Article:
With more homeowners realizing that water is a valuable commodity, many have opted to install an R.O. system for home use.
Reverse Osmosis (or R.O.) is a rather complicated process where minerals and salts are filtered out from the water– forcing it through a semipermeable membrane by high pressure. As a result, the water is close to 100% pure. (Related: What Are Waterdrop Filters? Here's Everything You Need To Know)
On average, installing a reverse water osmosis system will range from $1,500 to $31,500. This will depend on whether it is a simple domestic installation or a whole-house system. The total costs will also depend on the water amount that your home needs daily and the required pre-filtration equipment. If you require more water demand, this will entail a more extensive system to hike the price further.
Reverse Osmosis System Average Costs
Generally, most reverse osmosis systems require water pressure and water temperature. The quality of each factor will define the output of your R.O. water once the process is completed.
A domestic R.O. system starts from $875 to $2,300, either a countertop or an under-counter unit. Meanwhile, a whole-house R.O. system may cost you up to $31,000 or more. Here’s a brief rundown of the average costs of an RO system installation:
$875 - $2,300+
Under-Sink Systems (Tankless)
$875 - $1,500
Under-Sink Systems (With Tank)
$500 - $1,500
Whole-House RO Systems
$2,300 - $31,500+
Cost Factors for a Reverse Osmosis System
The cost to install an RO water filtration system depends on several factors, including the number of stages required for your water and the amount of water that you need to be filtered. Most RO systems have a minimum of 3 stages to remove all impurities in the water. Accordingly, you will also need frequent filter changes to provide pure drinking water and remove components such as salt from the process.
There are two common R.O. system types:
The cost to install your R.O. system will depend on its size and complexity. If your budget is at the $1,000 price point– you may lodge a countertop or under-sink unit. But if you have some extra budget, you can install a whole-house R.O. system instead.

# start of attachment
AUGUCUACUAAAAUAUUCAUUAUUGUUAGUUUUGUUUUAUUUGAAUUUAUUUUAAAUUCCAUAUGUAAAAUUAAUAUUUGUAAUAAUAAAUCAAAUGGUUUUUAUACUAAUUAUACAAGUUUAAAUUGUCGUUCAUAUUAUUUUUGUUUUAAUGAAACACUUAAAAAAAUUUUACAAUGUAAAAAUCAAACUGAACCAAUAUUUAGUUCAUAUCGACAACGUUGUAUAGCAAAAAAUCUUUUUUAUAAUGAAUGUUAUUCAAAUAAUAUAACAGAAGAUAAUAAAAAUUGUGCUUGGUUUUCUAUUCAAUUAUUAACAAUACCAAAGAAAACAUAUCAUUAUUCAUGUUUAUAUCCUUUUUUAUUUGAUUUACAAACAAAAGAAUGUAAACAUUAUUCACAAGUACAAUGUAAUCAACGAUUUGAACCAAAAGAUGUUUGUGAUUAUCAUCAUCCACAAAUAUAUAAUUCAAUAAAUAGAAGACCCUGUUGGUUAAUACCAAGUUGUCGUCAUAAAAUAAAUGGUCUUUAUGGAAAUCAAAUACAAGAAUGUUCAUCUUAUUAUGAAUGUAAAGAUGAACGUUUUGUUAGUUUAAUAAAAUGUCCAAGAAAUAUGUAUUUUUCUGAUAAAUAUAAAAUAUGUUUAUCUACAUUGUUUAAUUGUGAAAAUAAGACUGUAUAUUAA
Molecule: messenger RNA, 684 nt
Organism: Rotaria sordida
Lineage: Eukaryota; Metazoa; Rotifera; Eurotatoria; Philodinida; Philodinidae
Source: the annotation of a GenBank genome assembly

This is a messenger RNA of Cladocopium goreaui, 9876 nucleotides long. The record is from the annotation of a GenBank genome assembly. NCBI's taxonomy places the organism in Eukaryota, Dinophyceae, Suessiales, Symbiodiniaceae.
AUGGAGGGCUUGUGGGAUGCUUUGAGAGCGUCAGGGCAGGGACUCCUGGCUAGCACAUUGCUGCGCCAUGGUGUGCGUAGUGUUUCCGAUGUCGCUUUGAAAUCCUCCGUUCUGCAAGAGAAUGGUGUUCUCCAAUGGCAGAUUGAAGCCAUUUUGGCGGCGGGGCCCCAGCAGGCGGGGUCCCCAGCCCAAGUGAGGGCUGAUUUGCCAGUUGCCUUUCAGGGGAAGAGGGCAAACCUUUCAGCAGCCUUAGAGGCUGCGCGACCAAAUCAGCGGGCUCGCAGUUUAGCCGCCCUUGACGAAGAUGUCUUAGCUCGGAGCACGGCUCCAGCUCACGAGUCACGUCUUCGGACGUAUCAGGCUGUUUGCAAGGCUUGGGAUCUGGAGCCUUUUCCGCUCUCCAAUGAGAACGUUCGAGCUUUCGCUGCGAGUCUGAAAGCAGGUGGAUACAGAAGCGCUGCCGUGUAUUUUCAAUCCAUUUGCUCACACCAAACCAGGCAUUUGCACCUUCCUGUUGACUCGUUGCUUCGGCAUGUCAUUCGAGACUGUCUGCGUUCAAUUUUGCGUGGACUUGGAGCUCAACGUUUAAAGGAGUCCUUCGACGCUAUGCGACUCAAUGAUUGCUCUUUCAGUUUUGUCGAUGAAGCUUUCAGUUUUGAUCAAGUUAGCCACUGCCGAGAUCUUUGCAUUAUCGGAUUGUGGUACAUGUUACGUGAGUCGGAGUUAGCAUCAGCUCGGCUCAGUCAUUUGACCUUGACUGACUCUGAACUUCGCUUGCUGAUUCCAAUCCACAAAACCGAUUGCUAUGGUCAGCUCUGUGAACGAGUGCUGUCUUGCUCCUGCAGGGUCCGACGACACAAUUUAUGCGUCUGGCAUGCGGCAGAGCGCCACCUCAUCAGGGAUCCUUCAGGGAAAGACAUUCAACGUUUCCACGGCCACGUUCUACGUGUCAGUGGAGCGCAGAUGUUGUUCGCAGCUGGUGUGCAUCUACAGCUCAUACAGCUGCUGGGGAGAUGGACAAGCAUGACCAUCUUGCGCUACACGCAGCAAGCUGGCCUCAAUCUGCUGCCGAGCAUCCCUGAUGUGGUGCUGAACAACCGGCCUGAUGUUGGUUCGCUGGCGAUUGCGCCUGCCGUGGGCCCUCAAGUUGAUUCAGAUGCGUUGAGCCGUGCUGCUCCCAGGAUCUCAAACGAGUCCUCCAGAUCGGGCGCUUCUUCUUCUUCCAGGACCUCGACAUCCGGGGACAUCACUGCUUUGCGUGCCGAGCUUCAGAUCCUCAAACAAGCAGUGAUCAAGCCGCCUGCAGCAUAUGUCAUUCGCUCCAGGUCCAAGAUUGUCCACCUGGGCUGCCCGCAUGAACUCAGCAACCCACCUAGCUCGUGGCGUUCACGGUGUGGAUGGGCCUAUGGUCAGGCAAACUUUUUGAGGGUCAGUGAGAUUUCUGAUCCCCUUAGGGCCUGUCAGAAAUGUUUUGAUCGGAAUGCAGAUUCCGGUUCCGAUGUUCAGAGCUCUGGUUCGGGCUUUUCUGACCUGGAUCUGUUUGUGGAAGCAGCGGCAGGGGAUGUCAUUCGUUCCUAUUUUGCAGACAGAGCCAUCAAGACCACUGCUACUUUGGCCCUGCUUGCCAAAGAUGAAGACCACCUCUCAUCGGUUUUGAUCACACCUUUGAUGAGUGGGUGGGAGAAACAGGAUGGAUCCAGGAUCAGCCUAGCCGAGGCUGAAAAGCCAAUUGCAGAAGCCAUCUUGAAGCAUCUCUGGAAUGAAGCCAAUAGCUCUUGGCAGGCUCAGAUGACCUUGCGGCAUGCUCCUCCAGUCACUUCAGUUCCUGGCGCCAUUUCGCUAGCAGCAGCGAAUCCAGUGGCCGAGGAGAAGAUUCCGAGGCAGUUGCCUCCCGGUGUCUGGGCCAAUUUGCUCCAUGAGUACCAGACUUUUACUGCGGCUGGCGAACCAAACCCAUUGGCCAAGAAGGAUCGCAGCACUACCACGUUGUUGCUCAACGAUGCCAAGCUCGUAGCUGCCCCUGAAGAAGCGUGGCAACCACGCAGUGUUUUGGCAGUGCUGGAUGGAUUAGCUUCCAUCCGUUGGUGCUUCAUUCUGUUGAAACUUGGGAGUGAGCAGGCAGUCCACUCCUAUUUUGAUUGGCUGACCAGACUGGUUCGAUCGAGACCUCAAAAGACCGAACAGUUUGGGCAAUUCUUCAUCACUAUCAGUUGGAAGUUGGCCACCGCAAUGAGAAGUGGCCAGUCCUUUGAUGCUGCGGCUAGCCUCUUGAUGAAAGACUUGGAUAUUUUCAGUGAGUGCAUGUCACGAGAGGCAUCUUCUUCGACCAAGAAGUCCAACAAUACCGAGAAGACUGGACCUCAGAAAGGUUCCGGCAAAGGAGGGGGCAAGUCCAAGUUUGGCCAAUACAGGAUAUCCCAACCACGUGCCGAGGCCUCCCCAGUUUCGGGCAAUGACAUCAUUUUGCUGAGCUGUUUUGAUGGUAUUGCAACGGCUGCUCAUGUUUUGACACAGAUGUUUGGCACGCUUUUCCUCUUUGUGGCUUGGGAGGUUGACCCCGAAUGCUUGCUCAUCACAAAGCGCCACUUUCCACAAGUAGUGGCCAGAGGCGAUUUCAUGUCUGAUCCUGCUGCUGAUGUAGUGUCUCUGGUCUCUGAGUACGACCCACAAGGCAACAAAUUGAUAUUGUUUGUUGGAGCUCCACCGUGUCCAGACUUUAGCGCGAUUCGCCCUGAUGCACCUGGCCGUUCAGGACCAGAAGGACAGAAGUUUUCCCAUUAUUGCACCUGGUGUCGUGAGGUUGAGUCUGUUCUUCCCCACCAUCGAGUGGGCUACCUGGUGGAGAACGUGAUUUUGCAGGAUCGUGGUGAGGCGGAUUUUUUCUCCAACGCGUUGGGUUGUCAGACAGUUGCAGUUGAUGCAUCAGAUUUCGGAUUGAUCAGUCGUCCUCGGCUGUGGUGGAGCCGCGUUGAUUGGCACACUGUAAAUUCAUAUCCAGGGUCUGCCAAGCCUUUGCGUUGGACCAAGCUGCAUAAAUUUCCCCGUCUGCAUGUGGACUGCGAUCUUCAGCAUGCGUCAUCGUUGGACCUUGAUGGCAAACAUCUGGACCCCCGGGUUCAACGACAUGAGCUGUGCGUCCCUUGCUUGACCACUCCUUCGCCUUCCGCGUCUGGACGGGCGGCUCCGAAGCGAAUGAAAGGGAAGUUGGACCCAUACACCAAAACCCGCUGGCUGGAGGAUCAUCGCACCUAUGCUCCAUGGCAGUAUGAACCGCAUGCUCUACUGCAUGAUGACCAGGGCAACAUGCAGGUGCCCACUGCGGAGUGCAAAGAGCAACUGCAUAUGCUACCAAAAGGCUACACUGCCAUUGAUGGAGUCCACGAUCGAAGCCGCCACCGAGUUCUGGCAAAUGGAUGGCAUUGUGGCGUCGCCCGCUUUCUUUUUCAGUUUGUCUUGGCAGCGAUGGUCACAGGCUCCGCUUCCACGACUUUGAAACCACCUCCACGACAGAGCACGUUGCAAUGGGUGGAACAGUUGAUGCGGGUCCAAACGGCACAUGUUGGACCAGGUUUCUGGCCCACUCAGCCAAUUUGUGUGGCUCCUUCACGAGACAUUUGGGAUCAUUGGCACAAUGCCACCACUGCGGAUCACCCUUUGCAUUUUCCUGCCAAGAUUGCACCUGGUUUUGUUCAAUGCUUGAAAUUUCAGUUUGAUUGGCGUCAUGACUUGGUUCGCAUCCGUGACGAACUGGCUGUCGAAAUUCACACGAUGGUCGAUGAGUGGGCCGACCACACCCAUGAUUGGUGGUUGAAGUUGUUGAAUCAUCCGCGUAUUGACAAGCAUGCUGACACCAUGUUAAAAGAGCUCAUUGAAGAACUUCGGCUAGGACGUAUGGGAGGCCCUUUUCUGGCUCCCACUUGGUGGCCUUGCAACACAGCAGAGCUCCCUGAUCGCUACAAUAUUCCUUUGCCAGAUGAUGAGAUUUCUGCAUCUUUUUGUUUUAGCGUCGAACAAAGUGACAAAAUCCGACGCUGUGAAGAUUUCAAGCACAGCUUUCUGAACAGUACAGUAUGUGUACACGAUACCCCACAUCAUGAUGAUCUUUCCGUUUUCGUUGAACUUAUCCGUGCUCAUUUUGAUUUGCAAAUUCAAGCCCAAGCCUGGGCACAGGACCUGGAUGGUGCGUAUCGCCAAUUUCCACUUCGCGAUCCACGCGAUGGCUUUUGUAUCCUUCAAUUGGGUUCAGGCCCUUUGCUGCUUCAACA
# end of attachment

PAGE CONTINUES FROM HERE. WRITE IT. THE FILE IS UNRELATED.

Other systems include a sophisticated filtration process like U.V. light technology to eliminate waterborne pathogens. It's best to prepare your budget accordingly for the added features in your units.
R.O. systems with the proper NSF certifications ensure that they effectively eliminate specific contaminants. Various certificates cover different types of pollutants, but you may want to keep an eye out on NSF standards 42, 53, 58, 401, and P473 for reverse osmosis filter systems.
Some R.O. systems are designed with a pump to boost pressure, increasing water production capacity, flow rate, and efficiency.
You can also consider other add-on features:
Professional labor costs to install an RO filter system ranges between $700 and $1,500. Meanwhile, complicated installations (or any accessibility issues) may require you to shell out up to $3,200. Homeowners planning to do a DIY installation may need to address any water damage caused in the process.
RO System Brand
Let’s discuss some of the most popular RO system brands and their average costs.
Should I Hire a Professional to Install an RO System?
Ultimately, it all boils down to a matter of personal preference. Some homeowners opt for a DIY RO installation, but this will only place you at risk of addressing water damage problems.
In contrast, hiring a professional, experienced installer will set you back up to $700 for small units or up to $3,150+ for whole-house R.O. systems. In deciding whether reverse osmosis water is what you need, here are some considerations to serve as a guide:
Frequently Asked Questions (FAQs)
How much power does the RO process require?
About 3 to 3.5 kWh/m3 of electrical energy is used by Reverse Osmosis in a standard domestic setting. However, it is different in a commercial environment regarding sheer volume.
Is it worth buying a new RO water purifier?
Many people consider the water treated by Reverse Osmosis to be essential. However, some also consider it unhealthy as it removes even the beneficial salts and minerals. Ultimately, weigh the pros and cons before purchasing a new R.O. purifier system.
Is a whole house reverse osmosis system necessary?
For some water conditions, a whole house Reverse osmosis system is necessary. You may contact a water filtration specialist or a plumber to determine if your home’s water supply needs it.